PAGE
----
Never has it been more important to be distinctive; to be different; in the Pharmacy marketplace than it is today.All things being equal people do business with… KLT. All things being unequal; people still do business with people they KLT.Consider marketing. It’s a vital aspect of customer awareness and running a successful business, but lately its practices have been taking a beating. And why not? Do you like getting cold-called just when you sit down to dinner? Having your mailbox clogged with offers you immediately toss? Do you listen carefully to the ads that interrupt your favorite TV show? Not!!!If these experiences are marketing, you-and your customers-probably, prefer whatever’s the complete opposite.In the changing landscape of B2C relationships using a “pull and stay” approach rather than a “push and pray” approach will lead to loyal long term clients.“Push and pray” is the old marketing paradigm which assumes that messages sent out blindly and broadly will magically lead to loyal, long term customers.“Pull and stay” uses an approach that brings the right customers through listening and engagement, enabling the business to build trusted relationships and position it as their logical choice; when the customer needs you.
In the business of Pharmacy; with so much competition, customers have a lot of choices of where they can take their prescription; their prescription and their healthcare give Pharmacists the opportunity; to engage them in professional services beyond dispensing. First things first; in order to provide professional services the Pharmacist has to have the right customer in front of them; therefore; this is THE question that really matters and it comes from the patient’s perspective.It comes down to the perceived value the Pharmacist holds in the customers mind.What is it that people are saying about the Pharmacist, and what do they think about the Pharmacy business or professional services offered? Especially when the Pharmacist isn’t there. What will they tell others, and will they refer the Pharmacy to others?Why should the business come to you? What are you known for?Overall for your clinical service project; you need to answer this critical underlying question.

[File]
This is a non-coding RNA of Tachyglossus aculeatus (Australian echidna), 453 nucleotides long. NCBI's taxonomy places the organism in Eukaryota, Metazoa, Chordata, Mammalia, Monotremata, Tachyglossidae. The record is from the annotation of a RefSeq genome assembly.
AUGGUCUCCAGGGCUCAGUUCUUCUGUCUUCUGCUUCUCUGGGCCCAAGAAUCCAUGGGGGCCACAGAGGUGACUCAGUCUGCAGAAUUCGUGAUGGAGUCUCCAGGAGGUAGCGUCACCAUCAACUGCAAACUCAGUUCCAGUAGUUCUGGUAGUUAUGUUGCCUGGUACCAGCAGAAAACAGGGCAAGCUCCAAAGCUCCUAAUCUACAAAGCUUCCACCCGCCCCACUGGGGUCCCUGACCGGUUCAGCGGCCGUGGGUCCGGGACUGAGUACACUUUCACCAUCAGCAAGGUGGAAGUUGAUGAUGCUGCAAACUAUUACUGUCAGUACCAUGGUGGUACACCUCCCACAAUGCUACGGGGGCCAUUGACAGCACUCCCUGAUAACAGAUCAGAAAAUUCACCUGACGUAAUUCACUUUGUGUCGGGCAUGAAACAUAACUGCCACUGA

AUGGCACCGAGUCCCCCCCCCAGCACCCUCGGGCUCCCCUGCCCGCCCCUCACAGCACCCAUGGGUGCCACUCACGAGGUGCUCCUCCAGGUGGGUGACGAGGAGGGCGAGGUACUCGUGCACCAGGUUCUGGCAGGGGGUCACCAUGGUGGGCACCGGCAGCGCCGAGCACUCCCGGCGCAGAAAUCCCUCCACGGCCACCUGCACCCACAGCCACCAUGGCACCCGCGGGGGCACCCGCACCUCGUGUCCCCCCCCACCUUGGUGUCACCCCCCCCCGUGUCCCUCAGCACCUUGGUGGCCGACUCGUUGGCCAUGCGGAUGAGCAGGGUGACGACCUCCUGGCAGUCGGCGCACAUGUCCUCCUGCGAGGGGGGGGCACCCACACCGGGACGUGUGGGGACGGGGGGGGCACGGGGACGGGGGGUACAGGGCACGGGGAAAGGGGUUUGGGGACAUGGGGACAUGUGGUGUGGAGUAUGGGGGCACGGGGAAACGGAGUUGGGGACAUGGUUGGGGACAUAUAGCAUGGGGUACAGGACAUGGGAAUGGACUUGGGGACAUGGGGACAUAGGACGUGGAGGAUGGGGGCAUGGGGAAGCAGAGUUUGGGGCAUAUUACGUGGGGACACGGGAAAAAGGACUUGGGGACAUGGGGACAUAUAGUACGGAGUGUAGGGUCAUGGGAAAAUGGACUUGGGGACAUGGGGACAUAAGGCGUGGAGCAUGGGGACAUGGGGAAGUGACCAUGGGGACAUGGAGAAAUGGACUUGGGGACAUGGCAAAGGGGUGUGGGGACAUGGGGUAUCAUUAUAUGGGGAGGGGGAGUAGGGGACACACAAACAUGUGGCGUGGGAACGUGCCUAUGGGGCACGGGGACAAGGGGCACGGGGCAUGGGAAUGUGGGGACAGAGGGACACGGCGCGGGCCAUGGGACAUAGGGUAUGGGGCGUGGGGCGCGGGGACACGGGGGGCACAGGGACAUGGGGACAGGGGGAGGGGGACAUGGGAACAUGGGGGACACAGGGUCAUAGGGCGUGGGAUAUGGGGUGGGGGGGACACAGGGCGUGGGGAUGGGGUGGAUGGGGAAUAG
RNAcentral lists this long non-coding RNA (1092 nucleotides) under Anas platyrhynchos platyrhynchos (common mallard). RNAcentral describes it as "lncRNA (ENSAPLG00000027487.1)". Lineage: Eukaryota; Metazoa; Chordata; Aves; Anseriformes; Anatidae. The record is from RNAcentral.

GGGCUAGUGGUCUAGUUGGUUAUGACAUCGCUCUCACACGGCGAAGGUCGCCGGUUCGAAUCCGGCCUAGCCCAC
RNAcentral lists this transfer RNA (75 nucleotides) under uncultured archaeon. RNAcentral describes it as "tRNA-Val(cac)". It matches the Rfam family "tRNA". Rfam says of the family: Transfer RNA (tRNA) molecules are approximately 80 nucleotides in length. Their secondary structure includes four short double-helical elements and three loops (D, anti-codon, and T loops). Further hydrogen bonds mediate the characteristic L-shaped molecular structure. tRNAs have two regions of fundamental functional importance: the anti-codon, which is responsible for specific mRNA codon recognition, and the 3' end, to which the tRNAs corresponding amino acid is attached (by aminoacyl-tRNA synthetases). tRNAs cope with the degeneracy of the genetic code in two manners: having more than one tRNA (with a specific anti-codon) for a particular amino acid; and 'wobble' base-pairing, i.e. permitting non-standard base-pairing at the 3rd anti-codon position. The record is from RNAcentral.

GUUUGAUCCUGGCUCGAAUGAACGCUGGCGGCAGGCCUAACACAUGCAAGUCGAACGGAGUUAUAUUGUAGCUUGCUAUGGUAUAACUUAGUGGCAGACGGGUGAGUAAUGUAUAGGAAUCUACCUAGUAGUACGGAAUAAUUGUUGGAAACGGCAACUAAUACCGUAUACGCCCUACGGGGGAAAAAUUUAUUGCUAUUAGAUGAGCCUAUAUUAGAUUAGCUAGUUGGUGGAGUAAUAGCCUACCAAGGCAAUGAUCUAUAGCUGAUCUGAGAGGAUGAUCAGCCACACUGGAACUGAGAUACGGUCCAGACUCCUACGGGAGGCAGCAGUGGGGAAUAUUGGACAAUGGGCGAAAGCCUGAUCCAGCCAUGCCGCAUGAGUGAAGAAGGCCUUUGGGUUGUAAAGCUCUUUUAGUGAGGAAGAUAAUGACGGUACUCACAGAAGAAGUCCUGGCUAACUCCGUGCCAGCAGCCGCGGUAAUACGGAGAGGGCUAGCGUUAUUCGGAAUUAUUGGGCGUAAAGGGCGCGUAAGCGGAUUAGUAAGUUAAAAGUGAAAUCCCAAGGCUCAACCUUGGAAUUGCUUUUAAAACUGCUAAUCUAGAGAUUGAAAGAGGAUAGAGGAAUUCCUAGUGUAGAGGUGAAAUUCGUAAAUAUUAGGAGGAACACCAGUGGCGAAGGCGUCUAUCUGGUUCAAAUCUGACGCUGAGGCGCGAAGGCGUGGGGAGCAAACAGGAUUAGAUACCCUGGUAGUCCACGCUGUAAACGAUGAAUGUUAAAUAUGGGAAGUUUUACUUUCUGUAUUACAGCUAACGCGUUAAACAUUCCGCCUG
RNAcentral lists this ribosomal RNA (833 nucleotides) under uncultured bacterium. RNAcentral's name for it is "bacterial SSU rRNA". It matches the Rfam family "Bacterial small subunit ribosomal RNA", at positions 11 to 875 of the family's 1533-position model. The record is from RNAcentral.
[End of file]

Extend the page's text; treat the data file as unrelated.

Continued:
But first; start with why, and answer these three questions.In order to survive uncontrolled chaotic market forces, your project team needs to create relevant and compelling reasons why customers should buy dispensing and professional services from you. As a patient or customer why should I care to do business with you? The Prescription is the traffic generator; and brings the right ideal customer to the business. Patients are seeking to fulfill some intention. What does that mean? On the surface, usually it means they came in to get their Rx filled but there is an underlying reason that motivated them to come to the business. There usually is something in their unspoken action and life that brought them to the business.Value is in the applied benefits of the benefit; for example take a Diabetes patients or a Mom with an asthmatic child. (these are applied benefits). Never about what you can get...My personal example, here???
In recent surveys I’ve noticed patients and care givers describe the Pharmacist as a trusted resource; I’ve heard and seen the words “medication expert and medication problem solver” show up on a regular basis to describe Pharmacy practice. Government already gets it; to them the applied benefit of the benefit is obvious and measureable. Problem is the public doesn’t quite get it yet. And that’s where you will need to focus attention in your presentation; how you will make the public aware of the great things your clinical service idea provides? How will it benefit them; directly. How will you cut through the traditional marketing clutter to engage patients to use and repeat buy your professional service.Your team will need to get their attention with a clear message and then tell them in very clear and specific terms why they only have one choice, and that choice is you and your professional service. This requires that your presentation team develops and communicates a value proposition to the market that has an applied benefit and value.